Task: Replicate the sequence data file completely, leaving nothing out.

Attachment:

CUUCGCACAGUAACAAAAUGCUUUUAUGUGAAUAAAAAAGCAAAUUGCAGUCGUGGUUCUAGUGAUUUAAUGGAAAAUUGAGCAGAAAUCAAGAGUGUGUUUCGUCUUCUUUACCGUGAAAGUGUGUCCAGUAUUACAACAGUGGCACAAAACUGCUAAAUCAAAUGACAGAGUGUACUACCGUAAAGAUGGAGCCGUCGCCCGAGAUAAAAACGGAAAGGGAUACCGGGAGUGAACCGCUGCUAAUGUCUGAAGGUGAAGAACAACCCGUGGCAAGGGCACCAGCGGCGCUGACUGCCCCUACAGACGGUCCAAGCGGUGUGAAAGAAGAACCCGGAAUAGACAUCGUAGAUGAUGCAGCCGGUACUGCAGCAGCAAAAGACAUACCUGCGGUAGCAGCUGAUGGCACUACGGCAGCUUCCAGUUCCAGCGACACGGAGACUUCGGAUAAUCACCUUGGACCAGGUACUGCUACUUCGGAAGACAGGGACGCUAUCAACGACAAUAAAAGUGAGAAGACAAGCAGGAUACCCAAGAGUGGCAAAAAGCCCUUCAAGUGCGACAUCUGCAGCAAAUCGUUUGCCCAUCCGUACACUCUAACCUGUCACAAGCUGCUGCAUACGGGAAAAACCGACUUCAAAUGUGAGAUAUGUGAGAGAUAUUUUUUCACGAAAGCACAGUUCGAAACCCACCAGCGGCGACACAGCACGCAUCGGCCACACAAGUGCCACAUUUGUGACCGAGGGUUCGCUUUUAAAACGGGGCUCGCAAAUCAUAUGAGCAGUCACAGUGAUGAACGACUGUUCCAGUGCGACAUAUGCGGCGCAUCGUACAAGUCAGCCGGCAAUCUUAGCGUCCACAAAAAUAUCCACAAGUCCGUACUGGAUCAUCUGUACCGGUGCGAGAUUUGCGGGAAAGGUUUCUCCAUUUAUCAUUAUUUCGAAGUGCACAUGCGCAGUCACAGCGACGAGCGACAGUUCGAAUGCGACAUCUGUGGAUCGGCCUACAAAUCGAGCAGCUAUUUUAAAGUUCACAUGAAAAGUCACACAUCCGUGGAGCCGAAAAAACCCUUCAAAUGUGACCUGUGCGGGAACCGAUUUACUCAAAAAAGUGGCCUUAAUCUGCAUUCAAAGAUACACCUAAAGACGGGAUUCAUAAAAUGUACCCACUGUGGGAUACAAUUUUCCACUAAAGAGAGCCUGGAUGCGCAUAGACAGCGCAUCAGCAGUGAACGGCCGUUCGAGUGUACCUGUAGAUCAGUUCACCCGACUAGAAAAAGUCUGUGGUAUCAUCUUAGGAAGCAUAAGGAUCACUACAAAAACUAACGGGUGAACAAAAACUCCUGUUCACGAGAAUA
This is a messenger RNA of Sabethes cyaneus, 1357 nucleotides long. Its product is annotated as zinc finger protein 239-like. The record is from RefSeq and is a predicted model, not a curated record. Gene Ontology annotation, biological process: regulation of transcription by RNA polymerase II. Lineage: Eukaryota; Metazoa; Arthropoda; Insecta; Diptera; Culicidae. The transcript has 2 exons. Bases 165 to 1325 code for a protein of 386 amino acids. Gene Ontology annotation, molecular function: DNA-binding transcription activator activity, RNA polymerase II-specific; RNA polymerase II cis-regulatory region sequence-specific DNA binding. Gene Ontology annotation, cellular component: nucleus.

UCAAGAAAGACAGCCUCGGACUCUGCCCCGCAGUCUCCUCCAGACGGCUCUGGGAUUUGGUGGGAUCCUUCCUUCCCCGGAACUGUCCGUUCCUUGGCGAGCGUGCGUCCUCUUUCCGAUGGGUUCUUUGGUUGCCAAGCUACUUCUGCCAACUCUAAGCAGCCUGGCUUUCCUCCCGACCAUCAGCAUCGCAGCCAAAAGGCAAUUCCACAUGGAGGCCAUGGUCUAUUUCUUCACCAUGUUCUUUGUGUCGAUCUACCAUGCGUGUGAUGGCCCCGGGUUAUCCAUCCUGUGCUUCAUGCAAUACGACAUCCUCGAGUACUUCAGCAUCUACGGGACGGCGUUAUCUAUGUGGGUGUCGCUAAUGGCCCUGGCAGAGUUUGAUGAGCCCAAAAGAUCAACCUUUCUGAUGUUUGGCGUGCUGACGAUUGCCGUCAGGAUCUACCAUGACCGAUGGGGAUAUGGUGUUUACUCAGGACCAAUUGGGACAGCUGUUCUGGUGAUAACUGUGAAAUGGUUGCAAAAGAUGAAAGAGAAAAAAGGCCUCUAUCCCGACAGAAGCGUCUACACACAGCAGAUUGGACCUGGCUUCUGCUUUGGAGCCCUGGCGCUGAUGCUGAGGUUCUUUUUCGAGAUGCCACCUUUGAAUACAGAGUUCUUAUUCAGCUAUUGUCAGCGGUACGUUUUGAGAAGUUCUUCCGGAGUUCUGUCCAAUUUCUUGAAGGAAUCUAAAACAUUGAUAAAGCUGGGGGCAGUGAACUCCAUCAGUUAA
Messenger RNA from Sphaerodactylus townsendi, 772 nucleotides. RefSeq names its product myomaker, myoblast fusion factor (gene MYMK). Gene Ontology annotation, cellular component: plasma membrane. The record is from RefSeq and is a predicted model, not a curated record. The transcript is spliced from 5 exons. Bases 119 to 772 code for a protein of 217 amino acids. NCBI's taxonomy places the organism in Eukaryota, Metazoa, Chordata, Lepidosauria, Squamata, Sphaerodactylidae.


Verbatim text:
CUUCGCACAGUAACAAAAUGCUUUUAUGUGAAUAAAAAAGCAAAUUGCAGUCGUGGUUCUAGUGAUUUAAUGGAAAAUUGAGCAGAAAUCAAGAGUGUGUUUCGUCUUCUUUACCGUGAAAGUGUGUCCAGUAUUACAACAGUGGCACAAAACUGCUAAAUCAAAUGACAGAGUGUACUACCGUAAAGAUGGAGCCGUCGCCCGAGAUAAAAACGGAAAGGGAUACCGGGAGUGAACCGCUGCUAAUGUCUGAAGGUGAAGAACAACCCGUGGCAAGGGCACCAGCGGCGCUGACUGCCCCUACAGACGGUCCAAGCGGUGUGAAAGAAGAACCCGGAAUAGACAUCGUAGAUGAUGCAGCCGGUACUGCAGCAGCAAAAGACAUACCUGCGGUAGCAGCUGAUGGCACUACGGCAGCUUCCAGUUCCAGCGACACGGAGACUUCGGAUAAUCACCUUGGACCAGGUACUGCUACUUCGGAAGACAGGGACGCUAUCAACGACAAUAAAAGUGAGAAGACAAGCAGGAUACCCAAGAGUGGCAAAAAGCCCUUCAAGUGCGACAUCUGCAGCAAAUCGUUUGCCCAUCCGUACACUCUAACCUGUCACAAGCUGCUGCAUACGGGAAAAACCGACUUCAAAUGUGAGAUAUGUGAGAGAUAUUUUUUCACGAAAGCACAGUUCGAAACCCACCAGCGGCGACACAGCACGCAUCGGCCACACAAGUGCCACAUUUGUGACCGAGGGUUCGCUUUUAAAACGGGGCUCGCAAAUCAUAUGAGCAGUCACAGUGAUGAACGACUGUUCCAGUGCGACAUAUGCGGCGCAUCGUACAAGUCAGCCGGCAAUCUUAGCGUCCACAAAAAUAUCCACAAGUCCGUACUGGAUCAUCUGUACCGGUGCGAGAUUUGCGGGAAAGGUUUCUCCAUUUAUCAUUAUUUCGAAGUGCACAUGCGCAGUCACAGCGACGAGCGACAGUUCGAAUGCGACAUCUGUGGAUCGGCCUACAAAUCGAGCAGCUAUUUUAAAGUUCACAUGAAAAGUCACACAUCCGUGGAGCCGAAAAAACCCUUCAAAUGUGACCUGUGCGGGAACCGAUUUACUCAAAAAAGUGGCCUUAAUCUGCAUUCAAAGAUACACCUAAAGACGGGAUUCAUAAAAUGUACCCACUGUGGGAUACAAUUUUCCACUAAAGAGAGCCUGGAUGCGCAUAGACAGCGCAUCAGCAGUGAACGGCCGUUCGAGUGUACCUGUAGAUCAGUUCACCCGACUAGAAAAAGUCUGUGGUAUCAUCUUAGGAAGCAUAAGGAUCACUACAAAAACUAACGGGUGAACAAAAACUCCUGUUCACGAGAAUA
This is a messenger RNA of Sabethes cyaneus, 1357 nucleotides long. Its product is annotated as zinc finger protein 239-like. The record is from RefSeq and is a predicted model, not a curated record. Gene Ontology annotation, biological process: regulation of transcription by RNA polymerase II. Lineage: Eukaryota; Metazoa; Arthropoda; Insecta; Diptera; Culicidae. The transcript has 2 exons. Bases 165 to 1325 code for a protein of 386 amino acids. Gene Ontology annotation, molecular function: DNA-binding transcription activator activity, RNA polymerase II-specific; RNA polymerase II cis-regulatory region sequence-specific DNA binding. Gene Ontology annotation, cellular component: nucleus.

UCAAGAAAGACAGCCUCGGACUCUGCCCCGCAGUCUCCUCCAGACGGCUCUGGGAUUUGGUGGGAUCCUUCCUUCCCCGGAACUGUCCGUUCCUUGGCGAGCGUGCGUCCUCUUUCCGAUGGGUUCUUUGGUUGCCAAGCUACUUCUGCCAACUCUAAGCAGCCUGGCUUUCCUCCCGACCAUCAGCAUCGCAGCCAAAAGGCAAUUCCACAUGGAGGCCAUGGUCUAUUUCUUCACCAUGUUCUUUGUGUCGAUCUACCAUGCGUGUGAUGGCCCCGGGUUAUCCAUCCUGUGCUUCAUGCAAUACGACAUCCUCGAGUACUUCAGCAUCUACGGGACGGCGUUAUCUAUGUGGGUGUCGCUAAUGGCCCUGGCAGAGUUUGAUGAGCCCAAAAGAUCAACCUUUCUGAUGUUUGGCGUGCUGACGAUUGCCGUCAGGAUCUACCAUGACCGAUGGGGAUAUGGUGUUUACUCAGGACCAAUUGGGACAGCUGUUCUGGUGAUAACUGUGAAAUGGUUGCAAAAGAUGAAAGAGAAAAAAGGCCUCUAUCCCGACAGAAGCGUCUACACACAGCAGAUUGGACCUGGCUUCUGCUUUGGAGCCCUGGCGCUGAUGCUGAGGUUCUUUUUCGAGAUGCCACCUUUGAAUACAGAGUUCUUAUUCAGCUAUUGUCAGCGGUACGUUUUGAGAAGUUCUUCCGGAGUUCUGUCCAAUUUCUUGAAGGAAUCUAAAACAUUGAUAAAGCUGGGGGCAGUGAACUCCAUCAGUUAA
Messenger RNA from Sphaerodactylus townsendi, 772 nucleotides. RefSeq names its product myomaker, myoblast fusion factor (gene MYMK). Gene Ontology annotation, cellular component: plasma membrane. The record is from RefSeq and is a predicted model, not a curated record. The transcript is spliced from 5 exons. Bases 119 to 772 code for a protein of 217 amino acids. NCBI's taxonomy places the organism in Eukaryota, Metazoa, Chordata, Lepidosauria, Squamata, Sphaerodactylidae.